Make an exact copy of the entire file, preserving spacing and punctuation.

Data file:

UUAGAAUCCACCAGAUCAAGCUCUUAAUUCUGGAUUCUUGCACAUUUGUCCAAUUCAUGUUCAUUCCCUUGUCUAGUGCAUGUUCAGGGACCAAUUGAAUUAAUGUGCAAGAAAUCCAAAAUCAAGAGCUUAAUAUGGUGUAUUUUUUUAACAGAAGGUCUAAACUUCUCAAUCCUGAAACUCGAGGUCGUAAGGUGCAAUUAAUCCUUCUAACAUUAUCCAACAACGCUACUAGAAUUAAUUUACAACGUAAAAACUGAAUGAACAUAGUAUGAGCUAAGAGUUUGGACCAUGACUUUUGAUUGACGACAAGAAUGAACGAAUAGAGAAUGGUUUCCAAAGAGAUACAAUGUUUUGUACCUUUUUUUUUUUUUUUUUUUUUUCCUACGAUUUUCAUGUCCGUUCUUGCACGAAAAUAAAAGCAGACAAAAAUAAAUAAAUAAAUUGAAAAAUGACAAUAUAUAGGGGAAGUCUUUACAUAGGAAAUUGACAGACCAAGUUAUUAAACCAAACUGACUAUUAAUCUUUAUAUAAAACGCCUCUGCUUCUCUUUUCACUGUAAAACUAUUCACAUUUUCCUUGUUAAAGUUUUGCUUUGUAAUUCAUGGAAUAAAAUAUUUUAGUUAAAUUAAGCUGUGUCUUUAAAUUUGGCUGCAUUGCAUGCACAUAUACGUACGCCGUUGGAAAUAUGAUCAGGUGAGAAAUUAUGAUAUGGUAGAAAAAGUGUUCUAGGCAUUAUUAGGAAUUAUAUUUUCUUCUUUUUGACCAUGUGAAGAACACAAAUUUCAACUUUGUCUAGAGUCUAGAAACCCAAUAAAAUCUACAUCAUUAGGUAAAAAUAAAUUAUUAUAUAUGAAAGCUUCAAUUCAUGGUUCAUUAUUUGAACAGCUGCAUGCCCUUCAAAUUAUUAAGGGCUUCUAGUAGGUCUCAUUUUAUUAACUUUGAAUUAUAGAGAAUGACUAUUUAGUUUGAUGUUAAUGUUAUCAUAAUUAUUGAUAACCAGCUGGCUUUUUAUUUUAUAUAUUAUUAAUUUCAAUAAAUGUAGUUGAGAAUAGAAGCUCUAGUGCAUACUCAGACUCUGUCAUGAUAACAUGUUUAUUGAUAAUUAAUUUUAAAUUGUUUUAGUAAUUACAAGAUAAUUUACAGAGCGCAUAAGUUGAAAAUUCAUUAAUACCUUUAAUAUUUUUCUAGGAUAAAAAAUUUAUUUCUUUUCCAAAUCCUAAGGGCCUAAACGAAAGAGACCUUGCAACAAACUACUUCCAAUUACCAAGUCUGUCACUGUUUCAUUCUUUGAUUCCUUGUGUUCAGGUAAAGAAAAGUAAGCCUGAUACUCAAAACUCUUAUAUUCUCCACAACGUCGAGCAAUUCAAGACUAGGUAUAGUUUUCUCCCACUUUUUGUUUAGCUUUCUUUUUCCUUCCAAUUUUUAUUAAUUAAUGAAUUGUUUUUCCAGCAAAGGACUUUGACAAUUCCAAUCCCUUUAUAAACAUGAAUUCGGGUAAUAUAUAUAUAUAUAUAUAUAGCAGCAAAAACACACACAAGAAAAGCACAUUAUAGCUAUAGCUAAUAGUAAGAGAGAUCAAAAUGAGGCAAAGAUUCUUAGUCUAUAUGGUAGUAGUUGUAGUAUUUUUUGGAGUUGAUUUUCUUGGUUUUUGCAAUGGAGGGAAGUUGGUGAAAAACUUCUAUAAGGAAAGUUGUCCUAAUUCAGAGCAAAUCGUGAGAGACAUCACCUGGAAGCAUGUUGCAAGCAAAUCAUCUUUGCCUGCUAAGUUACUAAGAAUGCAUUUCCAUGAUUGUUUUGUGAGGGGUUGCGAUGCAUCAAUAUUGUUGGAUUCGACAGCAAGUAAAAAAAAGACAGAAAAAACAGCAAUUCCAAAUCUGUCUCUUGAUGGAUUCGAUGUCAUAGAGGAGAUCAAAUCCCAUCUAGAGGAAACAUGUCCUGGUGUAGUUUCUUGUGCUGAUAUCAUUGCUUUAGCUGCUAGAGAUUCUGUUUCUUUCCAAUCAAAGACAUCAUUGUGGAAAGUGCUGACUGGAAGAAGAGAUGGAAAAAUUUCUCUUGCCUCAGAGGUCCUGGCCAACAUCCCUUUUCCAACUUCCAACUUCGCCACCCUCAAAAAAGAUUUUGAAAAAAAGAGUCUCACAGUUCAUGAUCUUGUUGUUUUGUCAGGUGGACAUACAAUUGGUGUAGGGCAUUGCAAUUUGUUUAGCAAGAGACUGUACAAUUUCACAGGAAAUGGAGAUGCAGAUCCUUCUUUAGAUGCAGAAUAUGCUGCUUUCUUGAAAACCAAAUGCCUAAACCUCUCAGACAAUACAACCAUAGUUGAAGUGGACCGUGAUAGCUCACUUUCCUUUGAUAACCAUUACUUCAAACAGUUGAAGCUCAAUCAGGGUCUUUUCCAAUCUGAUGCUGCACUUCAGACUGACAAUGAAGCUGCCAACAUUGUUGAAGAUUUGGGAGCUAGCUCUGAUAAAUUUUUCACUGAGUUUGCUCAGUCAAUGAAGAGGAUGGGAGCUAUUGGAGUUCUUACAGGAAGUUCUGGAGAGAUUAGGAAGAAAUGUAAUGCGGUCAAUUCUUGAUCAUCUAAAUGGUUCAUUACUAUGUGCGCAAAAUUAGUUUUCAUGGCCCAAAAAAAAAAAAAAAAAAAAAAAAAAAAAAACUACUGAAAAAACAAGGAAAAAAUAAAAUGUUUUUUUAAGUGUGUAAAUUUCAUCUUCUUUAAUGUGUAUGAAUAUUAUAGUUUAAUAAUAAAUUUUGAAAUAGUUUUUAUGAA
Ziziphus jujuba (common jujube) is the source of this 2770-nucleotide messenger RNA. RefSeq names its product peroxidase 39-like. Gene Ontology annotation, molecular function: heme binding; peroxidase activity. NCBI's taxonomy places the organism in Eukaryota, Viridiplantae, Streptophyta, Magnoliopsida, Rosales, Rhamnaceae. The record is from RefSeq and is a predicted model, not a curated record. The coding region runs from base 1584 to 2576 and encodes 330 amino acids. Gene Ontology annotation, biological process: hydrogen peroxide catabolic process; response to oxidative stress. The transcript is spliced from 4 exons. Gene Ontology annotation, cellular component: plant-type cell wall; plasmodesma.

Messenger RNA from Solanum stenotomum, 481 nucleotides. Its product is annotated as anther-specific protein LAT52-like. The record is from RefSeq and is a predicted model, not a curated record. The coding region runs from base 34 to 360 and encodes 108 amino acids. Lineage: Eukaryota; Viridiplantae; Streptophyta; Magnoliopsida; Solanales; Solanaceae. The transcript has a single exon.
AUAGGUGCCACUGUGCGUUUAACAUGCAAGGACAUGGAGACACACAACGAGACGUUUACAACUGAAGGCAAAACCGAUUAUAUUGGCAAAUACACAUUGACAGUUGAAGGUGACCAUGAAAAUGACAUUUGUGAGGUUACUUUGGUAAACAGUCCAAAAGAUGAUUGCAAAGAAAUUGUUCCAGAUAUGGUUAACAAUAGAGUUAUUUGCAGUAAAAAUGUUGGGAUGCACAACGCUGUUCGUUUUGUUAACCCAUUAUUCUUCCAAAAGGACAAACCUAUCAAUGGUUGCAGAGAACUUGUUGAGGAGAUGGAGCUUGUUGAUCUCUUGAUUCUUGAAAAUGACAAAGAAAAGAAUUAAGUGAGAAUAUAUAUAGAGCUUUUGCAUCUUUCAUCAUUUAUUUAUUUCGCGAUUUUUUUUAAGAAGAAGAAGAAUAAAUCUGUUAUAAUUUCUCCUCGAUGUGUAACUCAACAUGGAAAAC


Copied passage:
UUAGAAUCCACCAGAUCAAGCUCUUAAUUCUGGAUUCUUGCACAUUUGUCCAAUUCAUGUUCAUUCCCUUGUCUAGUGCAUGUUCAGGGACCAAUUGAAUUAAUGUGCAAGAAAUCCAAAAUCAAGAGCUUAAUAUGGUGUAUUUUUUUAACAGAAGGUCUAAACUUCUCAAUCCUGAAACUCGAGGUCGUAAGGUGCAAUUAAUCCUUCUAACAUUAUCCAACAACGCUACUAGAAUUAAUUUACAACGUAAAAACUGAAUGAACAUAGUAUGAGCUAAGAGUUUGGACCAUGACUUUUGAUUGACGACAAGAAUGAACGAAUAGAGAAUGGUUUCCAAAGAGAUACAAUGUUUUGUACCUUUUUUUUUUUUUUUUUUUUUUCCUACGAUUUUCAUGUCCGUUCUUGCACGAAAAUAAAAGCAGACAAAAAUAAAUAAAUAAAUUGAAAAAUGACAAUAUAUAGGGGAAGUCUUUACAUAGGAAAUUGACAGACCAAGUUAUUAAACCAAACUGACUAUUAAUCUUUAUAUAAAACGCCUCUGCUUCUCUUUUCACUGUAAAACUAUUCACAUUUUCCUUGUUAAAGUUUUGCUUUGUAAUUCAUGGAAUAAAAUAUUUUAGUUAAAUUAAGCUGUGUCUUUAAAUUUGGCUGCAUUGCAUGCACAUAUACGUACGCCGUUGGAAAUAUGAUCAGGUGAGAAAUUAUGAUAUGGUAGAAAAAGUGUUCUAGGCAUUAUUAGGAAUUAUAUUUUCUUCUUUUUGACCAUGUGAAGAACACAAAUUUCAACUUUGUCUAGAGUCUAGAAACCCAAUAAAAUCUACAUCAUUAGGUAAAAAUAAAUUAUUAUAUAUGAAAGCUUCAAUUCAUGGUUCAUUAUUUGAACAGCUGCAUGCCCUUCAAAUUAUUAAGGGCUUCUAGUAGGUCUCAUUUUAUUAACUUUGAAUUAUAGAGAAUGACUAUUUAGUUUGAUGUUAAUGUUAUCAUAAUUAUUGAUAACCAGCUGGCUUUUUAUUUUAUAUAUUAUUAAUUUCAAUAAAUGUAGUUGAGAAUAGAAGCUCUAGUGCAUACUCAGACUCUGUCAUGAUAACAUGUUUAUUGAUAAUUAAUUUUAAAUUGUUUUAGUAAUUACAAGAUAAUUUACAGAGCGCAUAAGUUGAAAAUUCAUUAAUACCUUUAAUAUUUUUCUAGGAUAAAAAAUUUAUUUCUUUUCCAAAUCCUAAGGGCCUAAACGAAAGAGACCUUGCAACAAACUACUUCCAAUUACCAAGUCUGUCACUGUUUCAUUCUUUGAUUCCUUGUGUUCAGGUAAAGAAAAGUAAGCCUGAUACUCAAAACUCUUAUAUUCUCCACAACGUCGAGCAAUUCAAGACUAGGUAUAGUUUUCUCCCACUUUUUGUUUAGCUUUCUUUUUCCUUCCAAUUUUUAUUAAUUAAUGAAUUGUUUUUCCAGCAAAGGACUUUGACAAUUCCAAUCCCUUUAUAAACAUGAAUUCGGGUAAUAUAUAUAUAUAUAUAUAUAGCAGCAAAAACACACACAAGAAAAGCACAUUAUAGCUAUAGCUAAUAGUAAGAGAGAUCAAAAUGAGGCAAAGAUUCUUAGUCUAUAUGGUAGUAGUUGUAGUAUUUUUUGGAGUUGAUUUUCUUGGUUUUUGCAAUGGAGGGAAGUUGGUGAAAAACUUCUAUAAGGAAAGUUGUCCUAAUUCAGAGCAAAUCGUGAGAGACAUCACCUGGAAGCAUGUUGCAAGCAAAUCAUCUUUGCCUGCUAAGUUACUAAGAAUGCAUUUCCAUGAUUGUUUUGUGAGGGGUUGCGAUGCAUCAAUAUUGUUGGAUUCGACAGCAAGUAAAAAAAAGACAGAAAAAACAGCAAUUCCAAAUCUGUCUCUUGAUGGAUUCGAUGUCAUAGAGGAGAUCAAAUCCCAUCUAGAGGAAACAUGUCCUGGUGUAGUUUCUUGUGCUGAUAUCAUUGCUUUAGCUGCUAGAGAUUCUGUUUCUUUCCAAUCAAAGACAUCAUUGUGGAAAGUGCUGACUGGAAGAAGAGAUGGAAAAAUUUCUCUUGCCUCAGAGGUCCUGGCCAACAUCCCUUUUCCAACUUCCAACUUCGCCACCCUCAAAAAAGAUUUUGAAAAAAAGAGUCUCACAGUUCAUGAUCUUGUUGUUUUGUCAGGUGGACAUACAAUUGGUGUAGGGCAUUGCAAUUUGUUUAGCAAGAGACUGUACAAUUUCACAGGAAAUGGAGAUGCAGAUCCUUCUUUAGAUGCAGAAUAUGCUGCUUUCUUGAAAACCAAAUGCCUAAACCUCUCAGACAAUACAACCAUAGUUGAAGUGGACCGUGAUAGCUCACUUUCCUUUGAUAACCAUUACUUCAAACAGUUGAAGCUCAAUCAGGGUCUUUUCCAAUCUGAUGCUGCACUUCAGACUGACAAUGAAGCUGCCAACAUUGUUGAAGAUUUGGGAGCUAGCUCUGAUAAAUUUUUCACUGAGUUUGCUCAGUCAAUGAAGAGGAUGGGAGCUAUUGGAGUUCUUACAGGAAGUUCUGGAGAGAUUAGGAAGAAAUGUAAUGCGGUCAAUUCUUGAUCAUCUAAAUGGUUCAUUACUAUGUGCGCAAAAUUAGUUUUCAUGGCCCAAAAAAAAAAAAAAAAAAAAAAAAAAAAAAACUACUGAAAAAACAAGGAAAAAAUAAAAUGUUUUUUUAAGUGUGUAAAUUUCAUCUUCUUUAAUGUGUAUGAAUAUUAUAGUUUAAUAAUAAAUUUUGAAAUAGUUUUUAUGAA
Ziziphus jujuba (common jujube) is the source of this 2770-nucleotide messenger RNA. RefSeq names its product peroxidase 39-like. Gene Ontology annotation, molecular function: heme binding; peroxidase activity. NCBI's taxonomy places the organism in Eukaryota, Viridiplantae, Streptophyta, Magnoliopsida, Rosales, Rhamnaceae. The record is from RefSeq and is a predicted model, not a curated record. The coding region runs from base 1584 to 2576 and encodes 330 amino acids. Gene Ontology annotation, biological process: hydrogen peroxide catabolic process; response to oxidative stress. The transcript is spliced from 4 exons. Gene Ontology annotation, cellular component: plant-type cell wall; plasmodesma.

Messenger RNA from Solanum stenotomum, 481 nucleotides. Its product is annotated as anther-specific protein LAT52-like. The record is from RefSeq and is a predicted model, not a curated record. The coding region runs from base 34 to 360 and encodes 108 amino acids. Lineage: Eukaryota; Viridiplantae; Streptophyta; Magnoliopsida; Solanales; Solanaceae. The transcript has a single exon.
AUAGGUGCCACUGUGCGUUUAACAUGCAAGGACAUGGAGACACACAACGAGACGUUUACAACUGAAGGCAAAACCGAUUAUAUUGGCAAAUACACAUUGACAGUUGAAGGUGACCAUGAAAAUGACAUUUGUGAGGUUACUUUGGUAAACAGUCCAAAAGAUGAUUGCAAAGAAAUUGUUCCAGAUAUGGUUAACAAUAGAGUUAUUUGCAGUAAAAAUGUUGGGAUGCACAACGCUGUUCGUUUUGUUAACCCAUUAUUCUUCCAAAAGGACAAACCUAUCAAUGGUUGCAGAGAACUUGUUGAGGAGAUGGAGCUUGUUGAUCUCUUGAUUCUUGAAAAUGACAAAGAAAAGAAUUAAGUGAGAAUAUAUAUAGAGCUUUUGCAUCUUUCAUCAUUUAUUUAUUUCGCGAUUUUUUUUAAGAAGAAGAAGAAUAAAUCUGUUAUAAUUUCUCCUCGAUGUGUAACUCAACAUGGAAAAC